In addition, a taxonomy makes searching for information easier and more effective because search results can show the levels immediately above, below, and adjacent to the search term in the hierarchy, providing context as well as ideas for further exploration. Some taxonomies use a numerical index that is shorter and easier to work with. The Dewey Decimal and U.S. Library of Congress systems are examples of numerically indexed taxonomies.
Getting Started with a Business Taxonomy
Several tasks are involved in creating, applying, and maintaining a taxonomy of business information. A business must first create the taxonomy framework by determining a suitable structure for the data it has accumulated or will accumulate. This structure should capture the relationships inherent in the body of information in an intuitive way, as well as reflecting how the information fits into the overall structure of the business. The taxonomy framework will then need to be updated regularly to remain relevant and useful as new information is incorporated and as changes occur in terminology, technology, and markets.
Once the categories have been determined, a business must populate the taxonomy by assigning each piece of content a place where it belongs. After an initial large-scale classification or reclassification of existing content, there will be an ongoing need to classify each new piece of information. Classification can be immensely time-consuming, not only because of the ever-increasing volumes of information to be catalogued, but also because of difficult and possibly controversial decisions concerning where to place items that could go in more than one category.
Once a taxonomy is created and populated, it must be integrated into the business, to improve users' ability to find and make sense of the information they need. This often includes helping them find the right information when they are not sure what they are looking for, and perhaps are not aware of what information is available. Another benefit of a well-designed taxonomy is to help users be confident, when a search fails, that the looked-for information is really not there, so they can look elsewhere instead of continuing a fruitless search.
Enterprise Taxonomy Management Software
To reduce the time expenditure and improve the consistency of their information management and classification processes, many business use taxonomy management software, which can help with creating, implementing, and maintaining taxonomies. While vendors label their products by different names - including business semantics modeling, knowledge organization system, controlled vocabulary, thesaurus, ontology, and metadata model - they have enough similarity to all be categorized as enterprise taxonomy management software. Table 1 lists some vendors of this software genre, along with their products.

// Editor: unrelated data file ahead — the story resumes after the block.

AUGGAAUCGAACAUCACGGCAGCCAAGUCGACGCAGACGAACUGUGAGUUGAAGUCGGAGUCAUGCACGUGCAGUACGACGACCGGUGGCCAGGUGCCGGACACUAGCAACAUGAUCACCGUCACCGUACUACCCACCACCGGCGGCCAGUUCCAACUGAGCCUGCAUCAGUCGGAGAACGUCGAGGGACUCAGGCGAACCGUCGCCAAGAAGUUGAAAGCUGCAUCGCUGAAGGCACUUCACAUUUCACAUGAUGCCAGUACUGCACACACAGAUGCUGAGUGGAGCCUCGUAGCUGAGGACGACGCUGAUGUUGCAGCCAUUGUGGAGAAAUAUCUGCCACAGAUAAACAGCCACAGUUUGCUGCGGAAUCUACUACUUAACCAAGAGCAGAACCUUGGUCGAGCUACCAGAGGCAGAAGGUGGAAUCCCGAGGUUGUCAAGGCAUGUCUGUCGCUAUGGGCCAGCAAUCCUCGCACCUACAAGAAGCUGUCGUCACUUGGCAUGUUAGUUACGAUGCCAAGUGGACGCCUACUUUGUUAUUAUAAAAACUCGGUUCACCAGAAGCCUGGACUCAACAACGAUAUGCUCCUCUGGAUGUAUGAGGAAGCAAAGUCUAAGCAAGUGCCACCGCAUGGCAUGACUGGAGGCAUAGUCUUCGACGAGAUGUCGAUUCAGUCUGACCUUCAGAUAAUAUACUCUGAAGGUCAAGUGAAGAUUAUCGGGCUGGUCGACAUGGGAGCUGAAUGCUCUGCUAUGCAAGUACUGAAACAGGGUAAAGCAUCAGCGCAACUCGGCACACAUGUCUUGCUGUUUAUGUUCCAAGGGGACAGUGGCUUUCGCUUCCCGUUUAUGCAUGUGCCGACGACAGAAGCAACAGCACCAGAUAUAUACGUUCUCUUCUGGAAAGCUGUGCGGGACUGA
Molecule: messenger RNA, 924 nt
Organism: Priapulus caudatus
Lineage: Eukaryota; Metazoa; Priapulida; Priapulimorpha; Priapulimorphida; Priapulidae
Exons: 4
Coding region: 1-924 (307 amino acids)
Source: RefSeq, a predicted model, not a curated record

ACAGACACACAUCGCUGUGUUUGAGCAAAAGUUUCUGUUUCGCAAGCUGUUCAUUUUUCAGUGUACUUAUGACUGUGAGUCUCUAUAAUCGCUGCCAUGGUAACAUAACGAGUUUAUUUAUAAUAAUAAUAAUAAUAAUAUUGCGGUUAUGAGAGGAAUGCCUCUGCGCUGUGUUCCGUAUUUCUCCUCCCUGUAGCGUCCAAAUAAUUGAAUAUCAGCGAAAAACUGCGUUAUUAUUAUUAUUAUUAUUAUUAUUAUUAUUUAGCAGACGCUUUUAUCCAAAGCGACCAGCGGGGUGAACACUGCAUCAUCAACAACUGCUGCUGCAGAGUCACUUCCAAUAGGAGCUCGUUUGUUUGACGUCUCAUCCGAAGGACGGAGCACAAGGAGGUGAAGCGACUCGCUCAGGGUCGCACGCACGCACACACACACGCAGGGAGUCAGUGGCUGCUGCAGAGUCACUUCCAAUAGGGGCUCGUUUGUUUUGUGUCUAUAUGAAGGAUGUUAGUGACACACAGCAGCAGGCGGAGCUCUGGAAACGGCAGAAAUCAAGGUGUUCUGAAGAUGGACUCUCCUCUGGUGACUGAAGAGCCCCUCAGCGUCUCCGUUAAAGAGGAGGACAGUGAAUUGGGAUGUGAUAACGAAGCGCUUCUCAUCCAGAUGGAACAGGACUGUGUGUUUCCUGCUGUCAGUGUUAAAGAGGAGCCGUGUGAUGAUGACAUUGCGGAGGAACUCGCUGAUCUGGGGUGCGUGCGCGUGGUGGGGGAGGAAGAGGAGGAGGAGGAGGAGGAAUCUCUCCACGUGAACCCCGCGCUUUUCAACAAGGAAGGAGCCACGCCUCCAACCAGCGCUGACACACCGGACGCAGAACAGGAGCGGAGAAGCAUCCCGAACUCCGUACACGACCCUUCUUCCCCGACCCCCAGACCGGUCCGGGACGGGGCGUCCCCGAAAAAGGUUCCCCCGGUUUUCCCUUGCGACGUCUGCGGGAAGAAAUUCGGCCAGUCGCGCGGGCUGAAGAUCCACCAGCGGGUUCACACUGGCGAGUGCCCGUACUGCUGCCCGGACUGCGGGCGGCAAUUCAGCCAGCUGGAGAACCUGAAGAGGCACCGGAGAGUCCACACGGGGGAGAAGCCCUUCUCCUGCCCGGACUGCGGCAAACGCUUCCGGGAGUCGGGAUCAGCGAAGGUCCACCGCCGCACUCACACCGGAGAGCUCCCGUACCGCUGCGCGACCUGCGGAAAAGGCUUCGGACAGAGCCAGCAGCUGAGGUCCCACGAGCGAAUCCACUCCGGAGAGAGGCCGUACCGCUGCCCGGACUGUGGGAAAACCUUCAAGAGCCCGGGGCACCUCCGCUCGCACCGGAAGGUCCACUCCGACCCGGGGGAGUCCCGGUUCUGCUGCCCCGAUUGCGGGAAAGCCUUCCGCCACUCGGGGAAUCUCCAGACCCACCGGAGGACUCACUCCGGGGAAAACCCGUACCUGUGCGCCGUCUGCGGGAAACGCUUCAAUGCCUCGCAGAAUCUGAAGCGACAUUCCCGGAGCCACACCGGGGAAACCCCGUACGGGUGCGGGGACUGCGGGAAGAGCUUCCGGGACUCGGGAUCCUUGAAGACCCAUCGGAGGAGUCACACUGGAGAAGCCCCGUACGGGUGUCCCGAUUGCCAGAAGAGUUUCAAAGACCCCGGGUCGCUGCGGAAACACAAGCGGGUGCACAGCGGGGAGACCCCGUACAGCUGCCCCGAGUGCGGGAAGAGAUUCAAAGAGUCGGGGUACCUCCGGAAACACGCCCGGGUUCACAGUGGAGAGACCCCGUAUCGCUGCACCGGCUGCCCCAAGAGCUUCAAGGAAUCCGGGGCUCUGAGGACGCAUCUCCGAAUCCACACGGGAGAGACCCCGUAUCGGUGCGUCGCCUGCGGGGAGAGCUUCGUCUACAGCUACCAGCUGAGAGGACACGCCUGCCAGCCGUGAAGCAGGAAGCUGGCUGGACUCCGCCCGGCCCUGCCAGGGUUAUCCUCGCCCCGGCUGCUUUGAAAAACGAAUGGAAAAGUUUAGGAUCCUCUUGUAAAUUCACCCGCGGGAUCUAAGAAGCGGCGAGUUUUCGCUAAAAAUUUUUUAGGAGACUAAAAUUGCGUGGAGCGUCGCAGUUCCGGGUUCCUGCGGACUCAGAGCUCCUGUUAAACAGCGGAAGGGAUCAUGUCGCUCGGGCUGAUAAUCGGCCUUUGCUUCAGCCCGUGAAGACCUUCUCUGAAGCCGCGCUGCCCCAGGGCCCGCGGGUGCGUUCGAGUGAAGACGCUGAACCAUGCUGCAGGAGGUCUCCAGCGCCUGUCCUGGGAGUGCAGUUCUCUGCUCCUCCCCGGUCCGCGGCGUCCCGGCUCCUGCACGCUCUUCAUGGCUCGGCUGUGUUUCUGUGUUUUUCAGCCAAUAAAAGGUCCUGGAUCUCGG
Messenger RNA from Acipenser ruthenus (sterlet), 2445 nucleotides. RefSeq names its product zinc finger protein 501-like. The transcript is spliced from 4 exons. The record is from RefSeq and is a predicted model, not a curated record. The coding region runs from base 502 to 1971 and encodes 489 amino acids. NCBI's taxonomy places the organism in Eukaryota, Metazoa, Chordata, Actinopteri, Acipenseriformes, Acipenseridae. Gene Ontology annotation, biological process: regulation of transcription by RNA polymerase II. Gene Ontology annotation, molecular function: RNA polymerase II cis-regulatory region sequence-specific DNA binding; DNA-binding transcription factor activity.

Table 1. Enterprise Taxonomy Management Software Vendors
SharePoint conceptual metadata generation, auto-classification, and taxonomy management
STAR/Thesaurus - Thesaurus construction
Thesaurus Master - Taxonomy and thesaurus construction and management
ITM (Intelligent Topic Manager) - Taxonomy and ontology creation and management
Thesaurus Server, Extractor, Semantic Search, Power Tagging - Text mining, data integration, thesaurus and taxonomy management
Semaphore Enterprise Semantic Platform - Classification, text mining, and ontology management
Synaptica Enterprise - Taxonomy management
Wordmap - Taxonomy management
Importing Existing Taxonomies
Most taxonomy management software allows users to import, convert, and modify existing taxonomies. These could be from databases or classifications that a company already maintains, or published third-party taxonomies, which can be found for many business, medical, scientific, engineering, and public policy topic areas. Often the vendor of the taxonomy management software includes or makes available a selection of predefined taxonomies, which can then be synchronized to create a single enterprise-wide taxonomy. Once the data have been imported and converted, responsibility for subsets of the taxonomy can be distributed to relevant subject matter experts within the company for further customization.
Automatic Taxonomy Generation
Some software automatically generates a taxonomy by using natural language processing and statistical clustering to analyze the topics and subtopics found in a company's documents, without human analysis. For example, Wordmap offers text mining and automated categorization tools. Taxonomy software can also review existing categorized content and suggest new categories to be added. The suggested taxonomy may then be manually adjusted, but beginning with automatic generation can provide a big head start on the process.